In General

Sometimes, large projects (and the restoration of a historical express train most definitely is a large project) begin rather unexpectedly, might require small adjustments along the way and are oftentimes somewhat dependent on luck and coincidence. The story of how the Maybach Foundation took on the restoration of the SVT 137 856, “Type Cologne”, is no exception.

Our story begins at the turn of the millennium when the “Förderverein Diesel-Schnelltriebwagen (SVT) e.V” was founded in Delitzsch (Saxony). At the time, the most important task tackled by the newly-founded association was the reconditioning of the SVT “Cologne” – one of the last completely preserved examples of the high-speed Reichsbahn-railcars revolutionizing the transportation & logistics infrastructure of the mid-1930s. The fact that railway mobility was amidst a paradigm shift was obvious even to contemporary witnesses: “Imagine this: On one track there’s a steam locomotive that smokes and soots – and on the other there’s a high-speed train rushing by at an incredible 160 kph,” says Hans-Joachim Eitze, chairman of the Förderverein Diesel-Schnelltriebwagen (SVT) e.V.

The SVT-association wanted to bring this iconic artifact of cutting-edge technology back to life. But even for experts this venture constituted a logistical, technical and – most importantly – financial challenge. In 2011, the association managed to make the SVT Cologne towable. As luck would have it, at that time the Zeppelin Museum in Friedrichshafen was hosting the exhibition “Water. Street. Rail. Air: Mobility at the Lake of Constance”. The train’s visit to Friedrichshafen was a complete success: More than 7,500 visitors attended – amongst them a lady from San Francisco: Irmgard Schmid-Maybach, daughter of Karl Maybach, the dominant figure responsible for the development of the train’s diesel engines. Irmgard Schmid-Maybach immediately expressed her interest in the train.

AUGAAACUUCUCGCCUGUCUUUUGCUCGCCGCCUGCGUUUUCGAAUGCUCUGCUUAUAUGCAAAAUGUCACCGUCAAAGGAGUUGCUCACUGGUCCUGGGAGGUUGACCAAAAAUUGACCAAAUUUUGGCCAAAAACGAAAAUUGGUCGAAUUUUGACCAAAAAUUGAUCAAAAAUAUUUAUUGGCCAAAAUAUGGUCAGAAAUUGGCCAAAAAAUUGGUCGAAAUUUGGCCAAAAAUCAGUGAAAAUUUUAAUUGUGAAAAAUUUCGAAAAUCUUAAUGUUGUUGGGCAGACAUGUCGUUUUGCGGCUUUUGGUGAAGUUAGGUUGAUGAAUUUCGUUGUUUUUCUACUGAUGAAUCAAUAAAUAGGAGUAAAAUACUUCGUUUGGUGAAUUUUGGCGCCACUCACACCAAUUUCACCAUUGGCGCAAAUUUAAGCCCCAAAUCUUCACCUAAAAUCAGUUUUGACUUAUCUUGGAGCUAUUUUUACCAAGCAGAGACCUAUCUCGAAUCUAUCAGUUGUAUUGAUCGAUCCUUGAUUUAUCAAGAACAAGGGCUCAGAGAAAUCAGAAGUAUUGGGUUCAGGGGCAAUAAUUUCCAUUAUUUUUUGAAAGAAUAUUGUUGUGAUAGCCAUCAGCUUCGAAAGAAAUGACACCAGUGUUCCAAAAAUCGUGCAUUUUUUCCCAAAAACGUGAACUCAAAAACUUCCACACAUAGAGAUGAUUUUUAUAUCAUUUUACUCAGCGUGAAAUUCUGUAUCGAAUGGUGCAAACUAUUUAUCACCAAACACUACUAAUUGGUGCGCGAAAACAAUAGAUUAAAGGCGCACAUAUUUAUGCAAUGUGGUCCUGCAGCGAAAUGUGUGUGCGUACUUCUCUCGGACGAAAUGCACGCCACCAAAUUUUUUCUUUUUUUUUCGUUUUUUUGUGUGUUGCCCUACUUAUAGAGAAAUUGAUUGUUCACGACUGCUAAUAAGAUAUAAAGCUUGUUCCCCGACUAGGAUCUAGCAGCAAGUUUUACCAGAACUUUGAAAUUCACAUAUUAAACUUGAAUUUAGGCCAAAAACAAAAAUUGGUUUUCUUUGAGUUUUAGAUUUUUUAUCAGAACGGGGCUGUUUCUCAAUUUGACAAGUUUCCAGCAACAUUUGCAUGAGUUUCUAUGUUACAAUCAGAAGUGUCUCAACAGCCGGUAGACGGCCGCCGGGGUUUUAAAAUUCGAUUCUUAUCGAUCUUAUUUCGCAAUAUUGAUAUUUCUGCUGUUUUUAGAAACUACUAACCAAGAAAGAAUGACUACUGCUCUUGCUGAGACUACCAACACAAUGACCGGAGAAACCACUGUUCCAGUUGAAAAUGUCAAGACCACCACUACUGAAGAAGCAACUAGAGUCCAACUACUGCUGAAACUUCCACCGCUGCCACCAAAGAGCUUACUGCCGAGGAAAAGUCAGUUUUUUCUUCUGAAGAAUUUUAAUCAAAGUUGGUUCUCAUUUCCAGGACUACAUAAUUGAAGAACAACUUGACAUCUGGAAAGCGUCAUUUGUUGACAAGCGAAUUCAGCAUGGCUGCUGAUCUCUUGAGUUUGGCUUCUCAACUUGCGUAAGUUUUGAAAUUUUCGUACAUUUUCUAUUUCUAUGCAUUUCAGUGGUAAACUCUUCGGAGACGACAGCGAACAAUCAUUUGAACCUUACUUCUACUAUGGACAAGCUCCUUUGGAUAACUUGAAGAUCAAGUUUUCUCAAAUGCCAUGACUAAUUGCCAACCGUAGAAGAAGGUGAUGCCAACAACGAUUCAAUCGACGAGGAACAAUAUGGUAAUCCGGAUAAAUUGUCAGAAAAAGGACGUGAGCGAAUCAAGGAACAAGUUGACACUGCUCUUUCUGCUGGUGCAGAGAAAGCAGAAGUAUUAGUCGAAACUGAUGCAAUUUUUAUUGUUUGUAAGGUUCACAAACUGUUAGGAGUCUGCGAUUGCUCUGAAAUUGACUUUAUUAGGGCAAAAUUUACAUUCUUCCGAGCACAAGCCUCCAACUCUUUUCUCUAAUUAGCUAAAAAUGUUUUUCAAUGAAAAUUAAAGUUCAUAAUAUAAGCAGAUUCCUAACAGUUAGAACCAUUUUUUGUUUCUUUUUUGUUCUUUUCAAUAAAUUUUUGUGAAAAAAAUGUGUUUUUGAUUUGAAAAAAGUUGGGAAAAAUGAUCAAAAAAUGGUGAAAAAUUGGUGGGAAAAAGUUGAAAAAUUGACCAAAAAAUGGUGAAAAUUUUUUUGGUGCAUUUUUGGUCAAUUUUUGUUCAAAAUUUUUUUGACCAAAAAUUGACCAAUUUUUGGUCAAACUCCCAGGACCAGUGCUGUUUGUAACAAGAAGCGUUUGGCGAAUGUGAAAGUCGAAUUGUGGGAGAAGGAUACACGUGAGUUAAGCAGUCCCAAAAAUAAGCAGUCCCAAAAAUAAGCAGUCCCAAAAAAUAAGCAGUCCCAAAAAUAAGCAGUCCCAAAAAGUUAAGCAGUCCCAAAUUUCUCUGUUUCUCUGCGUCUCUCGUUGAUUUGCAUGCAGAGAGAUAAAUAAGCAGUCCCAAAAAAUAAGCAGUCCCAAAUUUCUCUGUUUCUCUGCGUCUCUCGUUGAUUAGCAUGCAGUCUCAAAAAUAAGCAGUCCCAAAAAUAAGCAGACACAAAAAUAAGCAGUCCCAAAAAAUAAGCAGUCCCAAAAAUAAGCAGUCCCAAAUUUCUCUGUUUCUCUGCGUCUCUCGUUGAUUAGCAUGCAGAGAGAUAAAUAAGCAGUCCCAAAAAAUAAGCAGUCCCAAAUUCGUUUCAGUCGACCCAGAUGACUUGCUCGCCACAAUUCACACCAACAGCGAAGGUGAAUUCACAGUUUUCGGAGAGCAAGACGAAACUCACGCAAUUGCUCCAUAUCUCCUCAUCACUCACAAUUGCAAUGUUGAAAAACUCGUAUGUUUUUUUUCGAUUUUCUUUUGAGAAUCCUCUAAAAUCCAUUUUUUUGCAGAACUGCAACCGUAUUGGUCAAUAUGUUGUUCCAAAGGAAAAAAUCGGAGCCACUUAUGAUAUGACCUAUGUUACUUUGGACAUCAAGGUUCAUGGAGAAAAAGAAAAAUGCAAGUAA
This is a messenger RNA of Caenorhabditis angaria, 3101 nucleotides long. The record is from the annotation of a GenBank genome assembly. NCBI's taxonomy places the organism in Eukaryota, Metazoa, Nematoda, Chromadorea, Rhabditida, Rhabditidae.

Andreas Hoffmann-Daimler, great-grandson of Gottlieb Daimler, who was later commissioned by the foundation to repair and redesign the train, met with members of the Förderverein on behalf of the Maybach family in Berlin. The meeting’s original purpose was to discuss the possibility of a donation, but “the euphoria and the lifeblood of the association swept me away from the very first moment” remembers Andreas Hoffmann-Daimler. He quickly realized how decisive Karl Maybach’s role in the development of the SVT trains had been.

During the very first meeting, it was quickly uncovered that all sides were interested in collaborating on this exciting project. Soon after Ulrich Schmid-Maybach, grandson of Karl Maybach and founder of the Maybach Foundation, was invited by the SVT-association to visit and examine the train – he immediately shared the passion and interest that had previously affected his mother Irmgard, as well as his colleague Andreas. In 2014 the Maybach Foundation eventually took the SVT “Cologne” into its possession. Even though the train itself transferred from one owner to another, the knowledge and deep affection for the SVT “Cologne” were never compromised. To this day, the association and the Maybach Foundation continue to maintain a regular, friendly exchange of expertise: Siegfried Fuchs, a member of the association, is represented in the project’s circle of experts and provides continuous advice and support.

Photo: Christiane Schleifenbaum
Ulrich Schmid-Maybach und Andreas Hoffmann-Daimler in front of the SVT “Cologne“.

 

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